There aren’t many things that keep us awake at night in 51allout towers – our epic gin consumption sees to that. Unfortunately, one of the things that does actually prevent us from sleeping soundly under our cardboard duvets is the prospect of Matt Prior being injured. Prior has been such an integral part of Team England (at least in the five day format) over the last few years that we can’t really imagine the side without him. Alas, we may have to do more than imagine it in just over a week’s time, when the Ashes kicks off in Brisbane; Prior is currently rated as something of a doubt after suffering a minor tear to his calf.
If Prior is ruled out, England’s only reserve wicket-keeper is one Jonathan Marc Bairstow. It’s probably fair to say that we won’t be massively chuffed to see him play, even if he is hidden down at number seven, out of the way of the real batsmen.
Bairstow’s Test career so far is a series of promising starts but little in the way of real substance. So far he’s made 20 visits to the crease and not passed 100 once. Four half centuries and an average of 30.22 aren’t exactly anything to shout about either. But beyond the cold hard numbers, there’s that much more elusive and hard to explain ‘presence’ (or lack thereof) at the crease.
Despite a rubbish Ashes series, in which England regularly started about as well as this article, Joe Root still had one magical innings in him, a rather splendid 180 at Lord’s. It was exactly the sort of headline grabbing knock that Bairstow doesn’t seem capable of doing. Even Jos Buttler, for all his faults, such as being a big traitorous girl, is clearly capable of magic innings. Bairstow, on the other hand, is distinctly functional, capable of making a nice 60 every so often, while otherwise putting together a run of scores more often associated with one Mark Ravin Ramprakash.
Bairstow seems to be a horrible starter at the crease, scratching around like a large ginger chicken while looking distinctly vulnerable to anything straight and full. Or straight and fast. Basically, anything straight makes us (and him) really nervous.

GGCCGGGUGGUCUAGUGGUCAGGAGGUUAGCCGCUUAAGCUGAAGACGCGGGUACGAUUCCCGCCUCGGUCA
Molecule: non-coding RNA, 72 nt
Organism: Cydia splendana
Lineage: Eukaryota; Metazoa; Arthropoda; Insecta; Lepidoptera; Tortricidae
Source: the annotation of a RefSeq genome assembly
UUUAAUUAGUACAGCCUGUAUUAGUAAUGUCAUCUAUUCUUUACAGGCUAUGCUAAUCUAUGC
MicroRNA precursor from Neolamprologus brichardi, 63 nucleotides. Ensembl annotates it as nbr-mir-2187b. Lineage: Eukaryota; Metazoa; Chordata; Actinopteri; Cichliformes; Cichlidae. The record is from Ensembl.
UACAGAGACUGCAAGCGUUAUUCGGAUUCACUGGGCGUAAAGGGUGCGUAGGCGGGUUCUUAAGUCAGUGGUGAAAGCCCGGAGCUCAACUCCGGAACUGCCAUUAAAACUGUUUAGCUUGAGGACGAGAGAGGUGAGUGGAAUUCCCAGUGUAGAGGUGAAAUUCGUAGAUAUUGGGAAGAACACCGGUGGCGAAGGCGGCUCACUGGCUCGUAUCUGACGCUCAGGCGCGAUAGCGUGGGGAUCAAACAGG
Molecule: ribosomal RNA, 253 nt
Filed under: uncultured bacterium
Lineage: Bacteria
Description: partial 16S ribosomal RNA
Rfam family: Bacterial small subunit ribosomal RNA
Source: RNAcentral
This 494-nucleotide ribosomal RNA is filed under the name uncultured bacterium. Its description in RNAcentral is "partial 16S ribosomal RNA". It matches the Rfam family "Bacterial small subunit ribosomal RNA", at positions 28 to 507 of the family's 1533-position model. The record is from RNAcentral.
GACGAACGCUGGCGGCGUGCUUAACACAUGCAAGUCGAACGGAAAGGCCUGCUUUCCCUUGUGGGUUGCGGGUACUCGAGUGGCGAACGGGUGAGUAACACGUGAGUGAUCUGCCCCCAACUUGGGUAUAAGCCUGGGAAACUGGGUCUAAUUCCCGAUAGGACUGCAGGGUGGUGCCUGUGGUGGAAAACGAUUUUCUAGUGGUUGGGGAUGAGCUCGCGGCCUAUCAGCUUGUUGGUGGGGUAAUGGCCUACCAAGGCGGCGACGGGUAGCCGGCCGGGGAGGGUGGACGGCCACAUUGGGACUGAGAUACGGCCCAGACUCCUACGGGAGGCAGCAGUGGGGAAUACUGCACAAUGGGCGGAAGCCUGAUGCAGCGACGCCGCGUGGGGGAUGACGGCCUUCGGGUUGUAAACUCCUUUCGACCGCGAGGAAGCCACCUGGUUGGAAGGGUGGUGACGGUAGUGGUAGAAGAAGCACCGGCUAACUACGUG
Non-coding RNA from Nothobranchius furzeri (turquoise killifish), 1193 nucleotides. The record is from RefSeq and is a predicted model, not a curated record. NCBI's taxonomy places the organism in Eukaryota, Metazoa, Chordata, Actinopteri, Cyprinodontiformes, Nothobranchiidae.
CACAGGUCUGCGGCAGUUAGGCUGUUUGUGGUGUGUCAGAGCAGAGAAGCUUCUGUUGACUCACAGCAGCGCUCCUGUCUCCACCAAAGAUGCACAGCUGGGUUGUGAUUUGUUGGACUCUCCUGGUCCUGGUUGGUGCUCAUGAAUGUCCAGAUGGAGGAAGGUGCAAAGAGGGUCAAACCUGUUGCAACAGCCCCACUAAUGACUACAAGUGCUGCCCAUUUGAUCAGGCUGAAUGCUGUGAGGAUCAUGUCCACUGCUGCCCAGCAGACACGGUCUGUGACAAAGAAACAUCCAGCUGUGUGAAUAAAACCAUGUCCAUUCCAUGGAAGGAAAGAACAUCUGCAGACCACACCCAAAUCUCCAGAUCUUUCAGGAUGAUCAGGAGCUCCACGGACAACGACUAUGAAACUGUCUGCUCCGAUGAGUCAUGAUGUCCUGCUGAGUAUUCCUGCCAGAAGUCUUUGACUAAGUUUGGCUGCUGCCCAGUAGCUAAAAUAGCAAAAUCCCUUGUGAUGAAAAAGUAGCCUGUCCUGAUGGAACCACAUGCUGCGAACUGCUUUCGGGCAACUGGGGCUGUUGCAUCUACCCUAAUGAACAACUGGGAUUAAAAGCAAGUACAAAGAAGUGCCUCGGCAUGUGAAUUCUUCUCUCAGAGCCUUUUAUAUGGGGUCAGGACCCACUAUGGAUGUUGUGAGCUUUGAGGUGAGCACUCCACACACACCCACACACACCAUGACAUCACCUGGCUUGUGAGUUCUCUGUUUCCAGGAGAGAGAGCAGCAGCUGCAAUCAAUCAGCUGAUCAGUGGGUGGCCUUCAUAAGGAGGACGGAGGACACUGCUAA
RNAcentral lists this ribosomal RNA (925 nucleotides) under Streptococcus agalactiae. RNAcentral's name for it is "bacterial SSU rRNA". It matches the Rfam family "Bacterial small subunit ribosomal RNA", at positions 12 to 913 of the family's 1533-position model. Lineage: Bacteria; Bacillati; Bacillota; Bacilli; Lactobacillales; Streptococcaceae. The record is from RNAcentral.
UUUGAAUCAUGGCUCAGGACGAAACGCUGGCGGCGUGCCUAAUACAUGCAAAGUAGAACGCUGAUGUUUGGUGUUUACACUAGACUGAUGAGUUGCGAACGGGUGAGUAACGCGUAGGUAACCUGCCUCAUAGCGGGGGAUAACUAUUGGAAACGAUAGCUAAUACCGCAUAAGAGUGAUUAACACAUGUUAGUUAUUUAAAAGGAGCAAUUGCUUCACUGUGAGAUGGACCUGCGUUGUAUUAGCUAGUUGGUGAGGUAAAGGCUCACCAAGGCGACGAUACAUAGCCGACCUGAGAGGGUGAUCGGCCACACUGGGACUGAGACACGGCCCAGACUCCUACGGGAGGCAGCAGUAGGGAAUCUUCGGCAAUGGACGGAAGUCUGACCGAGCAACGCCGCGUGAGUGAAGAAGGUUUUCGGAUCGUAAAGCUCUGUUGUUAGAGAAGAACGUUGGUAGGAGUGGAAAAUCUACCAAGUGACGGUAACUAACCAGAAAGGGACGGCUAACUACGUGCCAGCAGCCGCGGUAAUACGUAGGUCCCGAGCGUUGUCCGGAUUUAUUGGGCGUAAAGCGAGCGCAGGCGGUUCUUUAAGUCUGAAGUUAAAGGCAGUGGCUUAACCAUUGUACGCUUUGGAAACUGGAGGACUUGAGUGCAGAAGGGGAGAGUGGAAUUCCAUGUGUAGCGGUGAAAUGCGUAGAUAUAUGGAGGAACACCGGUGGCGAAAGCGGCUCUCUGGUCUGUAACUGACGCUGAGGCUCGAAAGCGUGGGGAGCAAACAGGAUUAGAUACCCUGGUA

Of course, there’s a difference between batting at number six and number seven. At number six there’s an expectation on the last ‘proper’ batsman to make the most of the situation. At seven it’s basically a massive free for all jamboree, in which no-one really gives a shit. Hopefully Bairstow can flourish in the latter environment, as long as the opposition don’t bowl at his stumps. Or his face. Or he doesn’t melt in the rather warm Brisbane summer.
And while we’re busy laying the boot into our fouth most favourite cricketing ginger, we should probably point out that Matt Prior also stank out the summer with his batting, averaging just 19 in the Ashes and 14.33 against New Zealand. But it’s much easier to put that down as the exception, rather than the norm – Prior has proved his class on numerous occasions beforehand, for a start. His game is also well suited to Australian pitches. Plus he’s just cool, in exactly the way that Jonny isn’t.
In terms of actual wicketkeeping, there’s no doubt that Prior is in a different class. Bairstow will probably be alright to the seamers, but the prospect of him standing up to Graeme Swann makes us feel a little sick inside. Basically, we really, really want, no need Matt Prior to be fit. Without him England will be a worse side with the bat, behind the stumps and in terms of leadership on the field. It’s not a pretty picture at all.